Floating platforms could open up swathes of the ocean with water depths beyond 60 metres to the offshore wind sector. To tap into those areas, though, floating offshore wind first needs to become less expensive. A European research project is looking to secure some of those price gains to make the technology finally competitive
A European research effort is looking to help cut the cost of floating offshore wind by at least 15%
OCEAN EXPLORATION Bottom-fixed offshore wind development is limited by the maximum water depth that foundations can access—floating turbines open up huge areas of ocean with near-constant wind resource
COPY AND PASTE The pursuit of standardised designs will open up cost reduction through economies of scale
KEY QUOTE We are already seeing that costs are going down with the innovations that we are looking at ...
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Increasing pressure on offshore wind farm developers, record low electricity prices, coupled with the potential for higher margins than bottom-fixed foundations and the entry of oil and gas giants in the field, means the time is ripe for floating offshore wind, says Luis González-Pinto Barrenetxea, COO of Saitec Offshore
Combining untried wave power with well proved wind on a floating platform may forge a path to commercialisation of a hybrid solution to harnessing the energy of the seas.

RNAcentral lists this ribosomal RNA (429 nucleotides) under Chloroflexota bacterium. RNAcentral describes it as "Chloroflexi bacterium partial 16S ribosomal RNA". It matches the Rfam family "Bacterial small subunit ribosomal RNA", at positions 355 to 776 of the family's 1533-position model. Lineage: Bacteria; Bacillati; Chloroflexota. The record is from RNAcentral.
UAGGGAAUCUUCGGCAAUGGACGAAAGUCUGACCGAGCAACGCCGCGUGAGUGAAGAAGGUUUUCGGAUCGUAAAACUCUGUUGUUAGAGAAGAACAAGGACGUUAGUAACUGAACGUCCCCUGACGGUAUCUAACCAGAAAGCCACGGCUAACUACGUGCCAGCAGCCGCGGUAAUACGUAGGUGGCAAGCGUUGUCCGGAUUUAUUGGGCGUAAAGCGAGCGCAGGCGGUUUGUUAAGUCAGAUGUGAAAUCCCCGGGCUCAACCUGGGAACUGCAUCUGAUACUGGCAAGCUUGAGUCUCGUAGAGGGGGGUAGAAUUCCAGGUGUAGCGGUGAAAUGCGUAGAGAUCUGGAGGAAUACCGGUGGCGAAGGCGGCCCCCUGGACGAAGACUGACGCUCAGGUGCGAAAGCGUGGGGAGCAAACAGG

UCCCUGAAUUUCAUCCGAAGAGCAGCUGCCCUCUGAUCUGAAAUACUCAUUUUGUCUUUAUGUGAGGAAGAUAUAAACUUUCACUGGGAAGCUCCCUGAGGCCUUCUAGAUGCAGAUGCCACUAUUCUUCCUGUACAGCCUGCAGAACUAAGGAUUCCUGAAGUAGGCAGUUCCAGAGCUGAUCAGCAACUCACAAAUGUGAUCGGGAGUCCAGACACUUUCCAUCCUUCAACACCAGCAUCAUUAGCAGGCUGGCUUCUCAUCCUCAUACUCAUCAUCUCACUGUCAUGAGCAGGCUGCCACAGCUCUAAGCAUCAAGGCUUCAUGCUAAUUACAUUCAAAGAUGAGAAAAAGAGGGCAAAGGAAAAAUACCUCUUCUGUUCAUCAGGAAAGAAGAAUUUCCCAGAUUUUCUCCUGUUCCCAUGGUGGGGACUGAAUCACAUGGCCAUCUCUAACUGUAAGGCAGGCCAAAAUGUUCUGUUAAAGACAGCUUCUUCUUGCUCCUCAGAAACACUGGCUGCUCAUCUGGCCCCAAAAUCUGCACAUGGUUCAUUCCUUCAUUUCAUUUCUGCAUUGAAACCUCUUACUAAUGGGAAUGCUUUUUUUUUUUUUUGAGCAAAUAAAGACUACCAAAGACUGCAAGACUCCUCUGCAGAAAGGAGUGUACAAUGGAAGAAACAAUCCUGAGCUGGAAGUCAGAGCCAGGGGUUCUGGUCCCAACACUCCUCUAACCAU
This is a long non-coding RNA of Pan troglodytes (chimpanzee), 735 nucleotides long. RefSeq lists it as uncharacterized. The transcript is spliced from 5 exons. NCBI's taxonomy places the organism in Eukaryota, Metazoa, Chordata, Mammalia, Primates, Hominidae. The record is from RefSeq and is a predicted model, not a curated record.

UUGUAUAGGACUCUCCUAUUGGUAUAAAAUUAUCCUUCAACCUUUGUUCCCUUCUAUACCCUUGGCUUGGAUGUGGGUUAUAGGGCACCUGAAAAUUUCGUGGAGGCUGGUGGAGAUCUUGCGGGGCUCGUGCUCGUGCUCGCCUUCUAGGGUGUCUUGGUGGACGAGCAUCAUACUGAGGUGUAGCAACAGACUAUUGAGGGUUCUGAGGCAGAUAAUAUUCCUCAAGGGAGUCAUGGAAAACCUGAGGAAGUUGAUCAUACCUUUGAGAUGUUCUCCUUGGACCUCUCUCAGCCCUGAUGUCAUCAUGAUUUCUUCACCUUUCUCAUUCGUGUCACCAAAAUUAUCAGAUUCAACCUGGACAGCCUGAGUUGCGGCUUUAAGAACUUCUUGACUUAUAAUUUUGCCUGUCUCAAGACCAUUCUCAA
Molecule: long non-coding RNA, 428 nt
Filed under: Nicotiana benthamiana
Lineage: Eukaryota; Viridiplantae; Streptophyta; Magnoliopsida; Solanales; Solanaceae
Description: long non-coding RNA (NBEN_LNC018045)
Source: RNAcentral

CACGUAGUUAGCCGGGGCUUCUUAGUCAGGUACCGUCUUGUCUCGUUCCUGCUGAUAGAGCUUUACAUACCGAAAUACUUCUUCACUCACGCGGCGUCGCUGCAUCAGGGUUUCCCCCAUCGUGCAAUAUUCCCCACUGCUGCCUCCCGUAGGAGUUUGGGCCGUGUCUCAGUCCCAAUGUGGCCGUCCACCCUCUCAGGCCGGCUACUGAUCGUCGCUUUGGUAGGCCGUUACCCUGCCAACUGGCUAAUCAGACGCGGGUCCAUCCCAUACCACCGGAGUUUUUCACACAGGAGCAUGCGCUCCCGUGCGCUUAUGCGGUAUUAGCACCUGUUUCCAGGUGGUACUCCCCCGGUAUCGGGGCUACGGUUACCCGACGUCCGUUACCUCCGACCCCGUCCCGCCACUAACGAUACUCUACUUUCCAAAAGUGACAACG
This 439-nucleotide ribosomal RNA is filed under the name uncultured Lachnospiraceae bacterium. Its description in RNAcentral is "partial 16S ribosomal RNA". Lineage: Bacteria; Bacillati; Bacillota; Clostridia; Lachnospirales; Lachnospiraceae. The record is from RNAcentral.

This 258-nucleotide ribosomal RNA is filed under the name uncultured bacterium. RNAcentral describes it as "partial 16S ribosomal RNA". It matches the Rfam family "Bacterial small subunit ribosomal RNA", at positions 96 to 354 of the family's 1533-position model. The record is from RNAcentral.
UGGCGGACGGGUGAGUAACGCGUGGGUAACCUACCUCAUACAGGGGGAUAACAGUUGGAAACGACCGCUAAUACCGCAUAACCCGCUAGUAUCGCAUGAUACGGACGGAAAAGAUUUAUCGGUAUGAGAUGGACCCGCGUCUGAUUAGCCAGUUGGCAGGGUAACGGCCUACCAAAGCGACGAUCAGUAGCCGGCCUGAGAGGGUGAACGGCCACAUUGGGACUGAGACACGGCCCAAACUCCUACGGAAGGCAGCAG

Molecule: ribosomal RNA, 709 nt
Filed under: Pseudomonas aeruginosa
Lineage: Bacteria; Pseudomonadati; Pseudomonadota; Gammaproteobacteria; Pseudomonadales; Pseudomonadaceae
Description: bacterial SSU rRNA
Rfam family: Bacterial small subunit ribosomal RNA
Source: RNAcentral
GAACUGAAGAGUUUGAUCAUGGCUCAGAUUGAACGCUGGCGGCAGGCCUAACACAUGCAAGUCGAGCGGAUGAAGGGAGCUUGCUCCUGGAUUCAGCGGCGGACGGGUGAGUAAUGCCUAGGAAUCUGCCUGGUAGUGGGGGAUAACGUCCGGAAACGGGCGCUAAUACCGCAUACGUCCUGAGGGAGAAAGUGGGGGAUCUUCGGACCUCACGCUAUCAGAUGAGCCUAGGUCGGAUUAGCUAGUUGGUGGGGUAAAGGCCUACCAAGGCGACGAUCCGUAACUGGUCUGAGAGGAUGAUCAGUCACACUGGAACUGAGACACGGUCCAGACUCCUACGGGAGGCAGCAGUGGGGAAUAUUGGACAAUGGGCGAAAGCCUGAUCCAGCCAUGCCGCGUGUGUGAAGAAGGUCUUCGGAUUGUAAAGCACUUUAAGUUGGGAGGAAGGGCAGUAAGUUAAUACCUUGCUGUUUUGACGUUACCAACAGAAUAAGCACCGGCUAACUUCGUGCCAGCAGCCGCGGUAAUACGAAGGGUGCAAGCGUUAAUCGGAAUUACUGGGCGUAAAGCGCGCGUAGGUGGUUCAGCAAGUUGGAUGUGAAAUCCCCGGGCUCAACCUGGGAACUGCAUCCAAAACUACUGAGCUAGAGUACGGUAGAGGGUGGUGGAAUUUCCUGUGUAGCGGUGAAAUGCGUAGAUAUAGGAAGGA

Robots have long been used by the offshore oil and gas sector to reduce the costs of installing facilities and operations and maintenance. The offshore renewables sector is starting to benefit from the technology, which could help it make significant cost savings if certain technical hurdles can be overcome
Offshore wind attracts investment, jobs and has the ability to severely cut emissions worldwide, which is why the world should aim for 1,400 GW of capacity by 2050, argue Benj Sykes and Stephen Bull, Co-Chairs of Ocean Renewable Energy Action Coalition (OREAC), a global coalition of offshore wind companies and international institutions on World Oceans Day (June 8)
Europe’s offshore wind revolution requires a more integrated approach